Heart failure with preserved ejection fraction (HFpEF) is the most common type of HF in older adults. Although no pharmacological therapy has yet improved survival in HFpEF, exercise training (ExT) has emerged as the most effective intervention to improving functional outcomes in this age-related disease. The molecular mechanisms by which ExT induces its beneficial effects in HFpEF, however, remain largely unknown. Given the strong association between aging and HFpEF, we hypothesized that ExT might reverse cardiac aging phenotypes that contribute to HFpEF pathophysiology and additionally provide a platform for novel mechanistic and therapeutic discovery. Here, we show that aged (24-30 months) C57BL/6 male mice recapitulate many of the hallmark features of HFpEF, including preserved left ventricular ejection fraction, subclinical systolic dysfunction, diastolic dysfunction, impaired cardiac reserves, exercise intolerance, and pathologic cardiac hypertrophy. Similar to older humans, ExT in old mice improved exercise capacity, diastolic function, and contractile reserves, while reducing pulmonary congestion. Interestingly, RNAseq of explanted hearts showed that ExT did not significantly modulate biological pathways targeted by conventional HF medications. However, it reversed multiple age-related pathways, including the global downregulation of cell cycle pathways seen in aged hearts, which was associated with increased capillary density, but no effects on cardiac mass or fibrosis. Taken together, these data demonstrate that the aged C57BL/6 male mouse is a valuable model for studying the role of aging biology in HFpEF pathophysiology, and provide a molecular framework for how ExT potentially reverses cardiac aging phenotypes in HFpEF.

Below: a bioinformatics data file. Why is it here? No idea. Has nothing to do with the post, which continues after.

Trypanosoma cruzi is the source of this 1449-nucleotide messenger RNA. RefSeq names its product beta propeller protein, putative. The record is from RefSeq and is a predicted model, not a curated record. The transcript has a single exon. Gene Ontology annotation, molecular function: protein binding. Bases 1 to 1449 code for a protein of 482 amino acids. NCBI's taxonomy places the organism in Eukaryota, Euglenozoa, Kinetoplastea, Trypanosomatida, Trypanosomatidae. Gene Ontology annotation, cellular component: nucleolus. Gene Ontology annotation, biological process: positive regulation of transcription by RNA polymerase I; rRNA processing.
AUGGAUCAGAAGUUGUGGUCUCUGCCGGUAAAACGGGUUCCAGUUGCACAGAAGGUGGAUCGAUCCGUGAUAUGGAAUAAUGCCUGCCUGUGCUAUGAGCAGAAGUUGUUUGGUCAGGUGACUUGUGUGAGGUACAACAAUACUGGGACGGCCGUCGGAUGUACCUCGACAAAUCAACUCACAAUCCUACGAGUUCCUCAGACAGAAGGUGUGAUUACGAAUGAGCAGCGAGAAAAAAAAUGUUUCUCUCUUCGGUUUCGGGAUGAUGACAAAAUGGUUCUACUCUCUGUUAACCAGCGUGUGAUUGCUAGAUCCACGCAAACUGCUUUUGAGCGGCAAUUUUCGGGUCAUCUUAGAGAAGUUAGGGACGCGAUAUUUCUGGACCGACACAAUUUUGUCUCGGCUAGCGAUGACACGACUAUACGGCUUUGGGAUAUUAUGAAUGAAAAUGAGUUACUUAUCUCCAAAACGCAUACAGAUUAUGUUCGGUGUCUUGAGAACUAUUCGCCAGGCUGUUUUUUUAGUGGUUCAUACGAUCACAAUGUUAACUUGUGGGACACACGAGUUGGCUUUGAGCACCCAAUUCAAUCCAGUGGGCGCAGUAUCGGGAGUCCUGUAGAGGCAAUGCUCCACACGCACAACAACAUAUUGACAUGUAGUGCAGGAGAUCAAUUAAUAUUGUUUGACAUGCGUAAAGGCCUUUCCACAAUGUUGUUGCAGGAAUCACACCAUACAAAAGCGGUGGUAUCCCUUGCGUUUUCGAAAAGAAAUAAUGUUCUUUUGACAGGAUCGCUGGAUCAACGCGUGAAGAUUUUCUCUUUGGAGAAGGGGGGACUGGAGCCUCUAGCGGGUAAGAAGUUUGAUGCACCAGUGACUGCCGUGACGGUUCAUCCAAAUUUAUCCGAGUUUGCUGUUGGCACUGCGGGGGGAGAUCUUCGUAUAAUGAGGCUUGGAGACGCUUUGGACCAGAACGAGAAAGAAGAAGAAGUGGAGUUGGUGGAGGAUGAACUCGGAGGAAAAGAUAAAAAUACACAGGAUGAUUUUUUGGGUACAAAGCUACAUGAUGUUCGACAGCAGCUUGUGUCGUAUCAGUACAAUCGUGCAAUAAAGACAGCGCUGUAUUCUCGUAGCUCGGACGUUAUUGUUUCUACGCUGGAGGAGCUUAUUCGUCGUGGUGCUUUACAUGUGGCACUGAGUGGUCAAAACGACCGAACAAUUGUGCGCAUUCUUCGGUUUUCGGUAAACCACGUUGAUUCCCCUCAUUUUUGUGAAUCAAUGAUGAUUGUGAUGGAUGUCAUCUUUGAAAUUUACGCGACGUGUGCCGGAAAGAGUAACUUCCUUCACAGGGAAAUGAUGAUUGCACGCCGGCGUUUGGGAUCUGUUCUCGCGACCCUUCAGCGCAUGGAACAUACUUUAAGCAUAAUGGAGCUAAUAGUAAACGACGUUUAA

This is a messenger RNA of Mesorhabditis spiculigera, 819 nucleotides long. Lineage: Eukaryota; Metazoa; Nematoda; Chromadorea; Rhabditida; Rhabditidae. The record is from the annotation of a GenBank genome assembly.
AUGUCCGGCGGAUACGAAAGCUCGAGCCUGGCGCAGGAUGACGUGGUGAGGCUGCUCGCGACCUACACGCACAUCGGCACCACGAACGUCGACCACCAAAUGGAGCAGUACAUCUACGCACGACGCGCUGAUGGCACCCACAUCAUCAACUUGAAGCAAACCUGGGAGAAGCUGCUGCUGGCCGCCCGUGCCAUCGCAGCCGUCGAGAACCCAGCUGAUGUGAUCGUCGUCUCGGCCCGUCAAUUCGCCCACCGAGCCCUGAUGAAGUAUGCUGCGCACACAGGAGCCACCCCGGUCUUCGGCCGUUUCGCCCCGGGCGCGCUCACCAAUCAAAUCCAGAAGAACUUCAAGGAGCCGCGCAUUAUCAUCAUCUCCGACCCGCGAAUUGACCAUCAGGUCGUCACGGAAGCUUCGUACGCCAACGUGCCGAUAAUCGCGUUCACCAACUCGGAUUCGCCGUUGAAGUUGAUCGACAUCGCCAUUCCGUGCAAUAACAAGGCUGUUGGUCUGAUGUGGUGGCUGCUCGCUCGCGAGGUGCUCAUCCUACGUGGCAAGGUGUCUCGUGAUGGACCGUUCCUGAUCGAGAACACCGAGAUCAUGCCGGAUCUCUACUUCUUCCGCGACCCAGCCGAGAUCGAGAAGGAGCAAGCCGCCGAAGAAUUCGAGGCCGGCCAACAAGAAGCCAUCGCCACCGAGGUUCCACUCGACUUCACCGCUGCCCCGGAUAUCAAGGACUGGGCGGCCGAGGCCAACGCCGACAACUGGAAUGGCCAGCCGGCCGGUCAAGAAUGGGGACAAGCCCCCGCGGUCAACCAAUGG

W. Yao, X. Han, M. Ge, C. Chen, X. Xiao, H. Li, and Z. Hei. 2020. “N(6)-methyladenosine (m(6)A) methylation in ischemia-reperfusion injury.” Cell Death Dis, 11, Pp. 478.Abstract
Ischemia-reperfusion (I/R) injury is common during surgery and often results in organ dysfunction. The mechanisms of I/R injury are complex, diverse, and not well understood. RNA methylation is a novel epigenetic modification that is involved in the regulation of various biological processes, such as immunity, response to DNA damage, tumorigenesis, metastasis, stem cell renewal, fat differentiation, circadian rhythms, cell development and differentiation, and cell division. Research on RNA modifications, specifically N6-methyladenosine (m(6)A), have confirmed that they are involved in the regulation of organ I/R injury. In this review, we summarized current understanding of the regulatory roles and significance of m(6)A RNA methylation in I/R injury in different organs.
W. Yao, X. Han, M. Ge, C. Chen, X. Xiao, H. Li, and Z. Hei. 2020. “N(6)-methyladenosine (m(6)A) methylation in ischemia-reperfusion injury.” Cell Death Dis, 11, Pp. 478.Abstract